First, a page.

Exchanging questions with Milly Thomas, writer of the award-winning Dust, which opens at the Trafalgar Studios next month, Anthony Walker-Cook asks about displaying personal stories on the stage and what more needs to be done to help those with mental health issues.
AWC: This play is based on your own experiences with depression – why have you decided to dramatize such a personal part of your life?
MT: While I’ve said in interviews that it’s based around my own experiences with depression the play isn’t and cannot be autobiographical. For a start, I’m very much alive! It’s something I was keen to write about because it felt like something I hadn’t seen discussed or portrayed in theatre. Where we do see suicide ideation it is so often irresponsibly portrayed and I felt very strongly that I didn’t see myself in those and I figured that I can’t be the only one feeling this way.
Your show traces the impact of suicide on the lives of loved ones close to the victim – how did you go about writing these difficult characters and scenarios?
A lot of writing is really putting yourself in your character’s shoes. Thinking about how you might feel if that were you. That, married with personal experience helped to give those characters a real and valid voice. Also, Sara Joyce, our director/dramaturg, was absolutely crucial in interrogating the play in development. She always made me ask why and explain what I meant, which I believe leads to greater clarity in the script.
What more needs to be done for those suffering with mental health issues?
Oh God, where to start? A lot is the short answer. We have a long way to go. Especially in terms of the NHS.
Universities across the UK are struggling to cope with the increased demand to aide those students with mental health issues – what might you say to those friends who recognise a fellow student is struggling but feel they cannot offer any help?
If you feel you’re not in a position to offer help but feel the student is a danger to themselves or others it is absolutely imperative you alert local health authorities. If you feel they’re struggling and need to offload but feel you can’t be the one to listen charities like the Samaritans are open 24/7. Please point them in the direction of local services. A quick google about what’s available in your area and sharing that information could make all the difference.
The show has had successful and award-winning runs at the Edinburgh Fringe and Soho Theatre, but do you conceive of any challenges in bringing it to the Trafalgar Studios?
I’m quite excited about it reaching a new audience. The audience have changed ever so slightly from Edinburgh to Soho but Trafalgar brings in a whole new demographic and, I think, might push the play forward in terms of reaching people who might not be as familiar with the subject matter. It will be a challenge for sure, but one I’m relishing.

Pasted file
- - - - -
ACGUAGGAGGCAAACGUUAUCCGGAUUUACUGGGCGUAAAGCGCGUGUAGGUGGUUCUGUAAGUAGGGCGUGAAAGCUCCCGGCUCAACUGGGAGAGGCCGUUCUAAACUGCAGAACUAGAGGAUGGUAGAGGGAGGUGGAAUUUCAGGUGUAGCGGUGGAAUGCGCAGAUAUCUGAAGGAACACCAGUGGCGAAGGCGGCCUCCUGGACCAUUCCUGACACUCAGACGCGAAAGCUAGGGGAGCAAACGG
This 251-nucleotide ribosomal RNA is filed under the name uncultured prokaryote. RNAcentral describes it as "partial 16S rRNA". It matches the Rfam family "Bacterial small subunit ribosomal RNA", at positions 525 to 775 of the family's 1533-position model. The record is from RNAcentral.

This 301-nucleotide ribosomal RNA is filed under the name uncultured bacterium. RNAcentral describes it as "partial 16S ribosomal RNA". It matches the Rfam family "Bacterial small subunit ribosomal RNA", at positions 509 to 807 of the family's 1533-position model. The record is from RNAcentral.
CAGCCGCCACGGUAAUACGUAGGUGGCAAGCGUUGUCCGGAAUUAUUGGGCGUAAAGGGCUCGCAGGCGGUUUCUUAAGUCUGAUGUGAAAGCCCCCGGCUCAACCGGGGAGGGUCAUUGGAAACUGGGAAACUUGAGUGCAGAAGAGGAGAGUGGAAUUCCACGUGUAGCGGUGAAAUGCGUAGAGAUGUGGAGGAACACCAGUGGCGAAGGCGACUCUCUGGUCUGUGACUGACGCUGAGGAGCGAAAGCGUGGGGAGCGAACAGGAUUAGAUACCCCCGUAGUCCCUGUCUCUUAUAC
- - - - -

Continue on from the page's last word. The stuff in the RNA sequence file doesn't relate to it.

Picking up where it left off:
If you had to describe the tone of Dust in one word what would it be?
Brash. I think?! Ooh gosh, not sure…!
If Dust is trying to pose one question to the audience, what is it? And what is the answer?
What can we be doing for ourselves and those around us suffering? And that answer is going to be unique to everyone…
What was the best thing you saw in the past year on the stage?
Jellyfish by Ben Weatherill at The Bush. It was beautifully crafted with cracking dialogue and Sarah Gordy led that phenomenally.
Is there anything you wish you had seen ever? (The ‘who would you invite from history to a dinner party’ question for theatre).
Ooh. God. There are TOO many. Actually, I’d love to have seen a lot of the ones people bang on about just to check if they were actually worth their salt or if they stand up now. Like Pravda with Anthony Hopkins, you know? I also missed Girl From The North Country, which will haunt me forever.
What do you consider as the main recent positive developments to support those with mental health issues and what is the role of the theatre industry in influencing (and maybe for the positive changing) public attitudes towards mental health issues?
In all honesty, I feel there is a still a long way to go. Recent theatre festivals such as IAM (It Affects Me) and the outpouring of shows at the Edinburgh Fringe concerning mental health are hugely helping to lessen the stigma. The wave of voices in the wake of #metoo are also helping bring conditions like PTSD to the fore and making them commonplace in workplace discussion. But them being openly talked about isn’t the same with them being dealt with. We’ve got further to go.
Thanks to Milly for taking the time to answer our questions and to Tilly Wilson from Chloe Nelkin Consulting PR for organising. Dust will be at the Trafalgar Studios from the 4th September until the 13th October, 2018.
Feature photograph: The Other Richard